Biden Targets Private Jets in Hunt for Tax Revenue

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The Biden administration is looking to the skies for government revenue, scrutinizing corporate jets as it tries to get big companies to pay more in taxes and to crack down on rich tax evaders.

From Taylor Swift to Fortune 500 chief executives, private air travel has for years been portrayed to exemplify lavishness and excess, putting it on the radar of Democrats who want to rid the tax code of incentives that promote its use.

Companies have long benefited from laws that allow them to write off the cost of jets more quickly than commercial airlines can, and to pay less in fuel taxes. Included in the $5 trillion of tax increases proposed by the White House were plans to target corporate aviation and ramp up scrutiny of executives who use company planes for private trips.

President Biden raised the taxation of corporate jets at his State of the Union address this month and at a campaign event in Philadelphia last week as he laid out his ideas to make big companies “pay their fair share.”

At a Senate hearing on Thursday, Treasury Secretary Janet L. Yellen planned to praise the Internal Revenue Service for embarking on a “new initiative to end abuse of corporate jet write-offs,” according to her prepared remarks.

The ideas have drawn swift backlash from the corporate aviation industry, which argues that the proposals unfairly undercut American companies that rely on private planes to allow their executives to more easily visit factories and remote offices.

“We haven’t seen any real justification on why an important and essential American industry is being targeted for tax increases,” said Ed Bolen, president and chief executive of the National Business Aviation Association. “Proposals have been made, impressions may have been left and we would like to understand the facts behind it.”

Mr. Biden’s budget, which is unlikely to be approved by Congress, would hit corporate and private jet users in two ways.

It would raise the tax on jet fuel to $1.06 per gallon from 21.8 cents per gallon over five years. The money goes to the Airport and Airway Trust Fund, which helps finance federal investments in the airport and airway system. The Biden administration contends that the current rate is too low because private jets represent 7 percent of flights handled by the Federal Aviation Administration but contribute just 0.6 percent of the taxes in the fund.

The other proposal would target a lucrative tax break that allows companies to deduct the cost of their planes quickly. Currently, a business can write off a jet’s expense over five years, instead of the seven-year period that applies to commercial airplanes. The budget proposed the same seven-year tax treatment for corporate and commercial jets, which is known as “bonus depreciation.”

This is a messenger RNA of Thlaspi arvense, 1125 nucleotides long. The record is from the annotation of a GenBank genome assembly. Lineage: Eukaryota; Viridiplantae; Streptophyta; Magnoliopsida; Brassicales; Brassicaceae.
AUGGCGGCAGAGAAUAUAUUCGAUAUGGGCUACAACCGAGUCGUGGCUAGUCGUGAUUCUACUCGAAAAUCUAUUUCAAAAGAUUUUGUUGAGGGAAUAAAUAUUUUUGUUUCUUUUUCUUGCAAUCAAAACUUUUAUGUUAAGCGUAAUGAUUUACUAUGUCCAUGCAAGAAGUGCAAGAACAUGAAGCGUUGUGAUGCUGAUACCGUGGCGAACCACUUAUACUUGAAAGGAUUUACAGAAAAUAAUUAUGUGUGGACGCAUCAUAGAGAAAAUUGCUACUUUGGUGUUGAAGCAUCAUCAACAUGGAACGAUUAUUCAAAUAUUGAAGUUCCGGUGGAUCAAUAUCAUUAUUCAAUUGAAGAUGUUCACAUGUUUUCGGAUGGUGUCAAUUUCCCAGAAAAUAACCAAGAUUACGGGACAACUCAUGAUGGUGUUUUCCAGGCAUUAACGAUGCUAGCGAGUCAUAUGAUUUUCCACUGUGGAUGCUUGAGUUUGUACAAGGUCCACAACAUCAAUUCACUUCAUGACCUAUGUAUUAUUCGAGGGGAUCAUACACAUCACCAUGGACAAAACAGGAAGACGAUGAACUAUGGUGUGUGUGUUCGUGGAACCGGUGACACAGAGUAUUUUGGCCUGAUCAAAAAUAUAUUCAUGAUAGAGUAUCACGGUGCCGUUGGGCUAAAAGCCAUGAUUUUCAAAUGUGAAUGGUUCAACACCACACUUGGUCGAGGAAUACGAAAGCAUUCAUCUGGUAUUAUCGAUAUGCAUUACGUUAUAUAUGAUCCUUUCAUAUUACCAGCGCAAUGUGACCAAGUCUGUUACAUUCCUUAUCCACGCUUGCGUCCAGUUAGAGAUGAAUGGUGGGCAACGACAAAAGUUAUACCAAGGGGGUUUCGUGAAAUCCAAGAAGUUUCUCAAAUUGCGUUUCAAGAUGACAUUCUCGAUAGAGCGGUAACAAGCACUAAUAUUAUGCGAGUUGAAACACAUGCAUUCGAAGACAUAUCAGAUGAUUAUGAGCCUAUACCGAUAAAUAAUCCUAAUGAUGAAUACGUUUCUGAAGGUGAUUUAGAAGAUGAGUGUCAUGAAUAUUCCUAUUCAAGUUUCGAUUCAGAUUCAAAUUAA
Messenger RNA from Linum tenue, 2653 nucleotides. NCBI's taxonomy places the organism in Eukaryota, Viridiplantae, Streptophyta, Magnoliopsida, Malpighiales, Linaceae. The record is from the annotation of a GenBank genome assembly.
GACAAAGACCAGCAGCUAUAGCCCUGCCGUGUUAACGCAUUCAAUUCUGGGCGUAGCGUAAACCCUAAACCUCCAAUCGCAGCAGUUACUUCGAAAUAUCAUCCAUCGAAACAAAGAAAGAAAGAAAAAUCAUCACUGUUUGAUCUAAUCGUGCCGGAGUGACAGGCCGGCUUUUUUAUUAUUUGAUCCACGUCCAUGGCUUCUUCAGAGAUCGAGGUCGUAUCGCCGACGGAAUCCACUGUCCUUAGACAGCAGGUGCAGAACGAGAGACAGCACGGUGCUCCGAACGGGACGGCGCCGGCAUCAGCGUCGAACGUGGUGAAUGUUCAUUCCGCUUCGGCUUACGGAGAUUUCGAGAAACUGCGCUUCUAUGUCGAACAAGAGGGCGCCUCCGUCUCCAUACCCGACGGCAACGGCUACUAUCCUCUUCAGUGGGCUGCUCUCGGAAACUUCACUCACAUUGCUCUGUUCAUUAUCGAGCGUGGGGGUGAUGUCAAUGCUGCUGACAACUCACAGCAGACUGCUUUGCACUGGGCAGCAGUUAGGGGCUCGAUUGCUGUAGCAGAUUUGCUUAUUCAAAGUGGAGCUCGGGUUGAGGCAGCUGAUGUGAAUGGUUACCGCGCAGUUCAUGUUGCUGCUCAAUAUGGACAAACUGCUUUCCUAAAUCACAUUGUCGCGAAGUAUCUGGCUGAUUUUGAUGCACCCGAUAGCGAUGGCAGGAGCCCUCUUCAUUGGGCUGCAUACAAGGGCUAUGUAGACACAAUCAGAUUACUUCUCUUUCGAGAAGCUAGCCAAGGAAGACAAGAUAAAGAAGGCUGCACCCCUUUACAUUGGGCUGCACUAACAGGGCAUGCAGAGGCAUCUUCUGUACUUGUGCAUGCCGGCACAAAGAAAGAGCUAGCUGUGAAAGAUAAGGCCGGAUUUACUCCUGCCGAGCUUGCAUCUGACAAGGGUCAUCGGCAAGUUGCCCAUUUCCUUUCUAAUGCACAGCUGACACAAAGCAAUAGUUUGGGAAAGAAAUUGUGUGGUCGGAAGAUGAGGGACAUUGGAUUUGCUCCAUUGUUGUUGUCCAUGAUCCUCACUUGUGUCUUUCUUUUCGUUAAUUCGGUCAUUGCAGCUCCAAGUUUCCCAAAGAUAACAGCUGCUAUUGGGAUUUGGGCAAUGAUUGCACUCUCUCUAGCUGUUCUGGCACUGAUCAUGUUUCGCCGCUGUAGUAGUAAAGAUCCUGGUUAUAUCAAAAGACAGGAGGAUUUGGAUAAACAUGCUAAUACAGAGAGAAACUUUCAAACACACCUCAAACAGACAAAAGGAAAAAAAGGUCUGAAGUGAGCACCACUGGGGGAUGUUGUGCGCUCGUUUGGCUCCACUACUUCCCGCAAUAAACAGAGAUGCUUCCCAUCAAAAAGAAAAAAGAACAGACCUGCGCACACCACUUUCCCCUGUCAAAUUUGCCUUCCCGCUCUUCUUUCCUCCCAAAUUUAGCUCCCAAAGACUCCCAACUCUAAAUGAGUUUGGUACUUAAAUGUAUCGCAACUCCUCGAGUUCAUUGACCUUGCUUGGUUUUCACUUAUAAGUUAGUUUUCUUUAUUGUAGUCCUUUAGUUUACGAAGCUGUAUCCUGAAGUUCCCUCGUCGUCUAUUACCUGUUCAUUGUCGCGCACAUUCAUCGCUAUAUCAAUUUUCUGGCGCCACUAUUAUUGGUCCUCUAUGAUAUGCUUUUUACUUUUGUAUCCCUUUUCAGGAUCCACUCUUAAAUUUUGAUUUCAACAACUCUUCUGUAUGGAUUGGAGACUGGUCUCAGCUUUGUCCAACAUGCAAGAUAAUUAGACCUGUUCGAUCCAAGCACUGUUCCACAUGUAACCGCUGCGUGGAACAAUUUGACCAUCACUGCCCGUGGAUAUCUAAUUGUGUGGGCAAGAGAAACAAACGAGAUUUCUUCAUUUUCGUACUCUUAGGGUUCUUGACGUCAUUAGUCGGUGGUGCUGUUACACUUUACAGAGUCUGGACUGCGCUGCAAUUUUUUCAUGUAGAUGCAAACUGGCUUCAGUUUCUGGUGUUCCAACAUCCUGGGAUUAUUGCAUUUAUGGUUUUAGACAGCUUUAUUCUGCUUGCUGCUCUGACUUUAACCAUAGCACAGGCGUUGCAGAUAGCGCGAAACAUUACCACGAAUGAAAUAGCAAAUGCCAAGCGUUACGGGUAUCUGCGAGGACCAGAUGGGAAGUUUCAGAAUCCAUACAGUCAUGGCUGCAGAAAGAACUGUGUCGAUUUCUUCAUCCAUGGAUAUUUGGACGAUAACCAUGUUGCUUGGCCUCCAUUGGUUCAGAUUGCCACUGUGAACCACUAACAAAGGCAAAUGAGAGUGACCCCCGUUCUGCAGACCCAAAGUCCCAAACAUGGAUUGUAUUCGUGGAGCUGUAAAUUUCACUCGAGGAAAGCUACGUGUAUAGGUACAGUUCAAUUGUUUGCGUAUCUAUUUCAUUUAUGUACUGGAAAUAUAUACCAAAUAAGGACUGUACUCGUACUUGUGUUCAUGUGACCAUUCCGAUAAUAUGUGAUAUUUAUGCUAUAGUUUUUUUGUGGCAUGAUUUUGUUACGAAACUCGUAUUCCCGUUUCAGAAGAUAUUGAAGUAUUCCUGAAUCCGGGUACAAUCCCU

The White House estimates that the proposals would raise $4 billion over a decade.

“This is about leveling the playing field for the middle class by making big corporations and the wealthy finally pay their fair share — whether it’s cracking down on wealthy tax cheats or closing loopholes for corporate jet purchases — so we can cut the deficit and invest in the American people,” Michael Kikukawa, a White House spokesman, said.

The White House proposals came just weeks after the Internal Revenue Service announced that it would begin cracking down on corporate jet owners that abused the tax code. It wants to stop companies from claiming millions of dollars in deductions on airplanes that executives sometimes used for personal travel.

Scrutiny of corporate jet use will involve new data analytics tools, which the I.R.S. has been developing with $80 billion in funds granted through the Inflation Reduction Act of 2022. The tax collector plans to begin dozens of new audits that will focus on large companies, partnerships and wealthy taxpayers.

The tax code allows companies to deduct the cost of maintaining a corporate jet if it is used for business purposes. But many allow executives, shareholders and partners to use company planes for personal trips while continuing to claim the full value of those deductions.

The I.R.S. audits will also include the planes’ wealthy passengers, who the agency says should report those trips as income. It estimates that there are tens of thousands of corporate jets in the United States and a substantial amount of tax revenue is falling through the cracks.

In a speech at American University on Monday evening, Daniel Werfel, the I.R.S. commissioner, said that the focus on business aviation was made possible by new funding the agency has received to upgrade its technology, which has allowed it to more rigorously analyze flight data.

“A more digital I.R.S. unlocks our ability to audit the inappropriate write-offs for personal use of corporate assets, such as corporate jets,” he said.

Ryan DeMoor, head of aviation tax at MySky, said he doesn’t expect the I.R.S. audits to bring in as much missing tax revenue as the agency anticipates. He said many executives are required to fly on corporate airplanes, even for personal travel, and argued that finance departments tend to be overly cautious about how they report aviation taxes because of the risk and cost of getting them wrong.

“They’re falling into the fat-cat executive trope out there, which is just not the case,” said Mr. DeMoor, whose business helps companies manage their flight expenses. “Why would a Fortune 500 company put themselves at risk by trying to save a tiny bit of tax money on their flight department?”

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